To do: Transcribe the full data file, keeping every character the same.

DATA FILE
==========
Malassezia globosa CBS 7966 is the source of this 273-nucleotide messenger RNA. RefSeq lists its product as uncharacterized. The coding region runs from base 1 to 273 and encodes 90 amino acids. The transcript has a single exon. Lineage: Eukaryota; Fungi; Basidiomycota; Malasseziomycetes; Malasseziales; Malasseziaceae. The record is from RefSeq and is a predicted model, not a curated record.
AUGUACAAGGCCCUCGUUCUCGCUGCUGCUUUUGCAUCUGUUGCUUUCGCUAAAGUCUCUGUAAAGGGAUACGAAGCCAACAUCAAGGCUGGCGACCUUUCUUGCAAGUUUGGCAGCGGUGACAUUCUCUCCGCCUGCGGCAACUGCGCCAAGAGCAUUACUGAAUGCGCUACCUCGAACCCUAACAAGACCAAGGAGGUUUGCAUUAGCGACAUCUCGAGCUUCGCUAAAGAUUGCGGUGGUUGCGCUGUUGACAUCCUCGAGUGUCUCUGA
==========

Malassezia globosa CBS 7966 is the source of this 273-nucleotide messenger RNA. RefSeq lists its product as uncharacterized. The coding region runs from base 1 to 273 and encodes 90 amino acids. The transcript has a single exon. Lineage: Eukaryota; Fungi; Basidiomycota; Malasseziomycetes; Malasseziales; Malasseziaceae. The record is from RefSeq and is a predicted model, not a curated record.
AUGUACAAGGCCCUCGUUCUCGCUGCUGCUUUUGCAUCUGUUGCUUUCGCUAAAGUCUCUGUAAAGGGAUACGAAGCCAACAUCAAGGCUGGCGACCUUUCUUGCAAGUUUGGCAGCGGUGACAUUCUCUCCGCCUGCGGCAACUGCGCCAAGAGCAUUACUGAAUGCGCUACCUCGAACCCUAACAAGACCAAGGAGGUUUGCAUUAGCGACAUCUCGAGCUUCGCUAAAGAUUGCGGUGGUUGCGCUGUUGACAUCCUCGAGUGUCUCUGA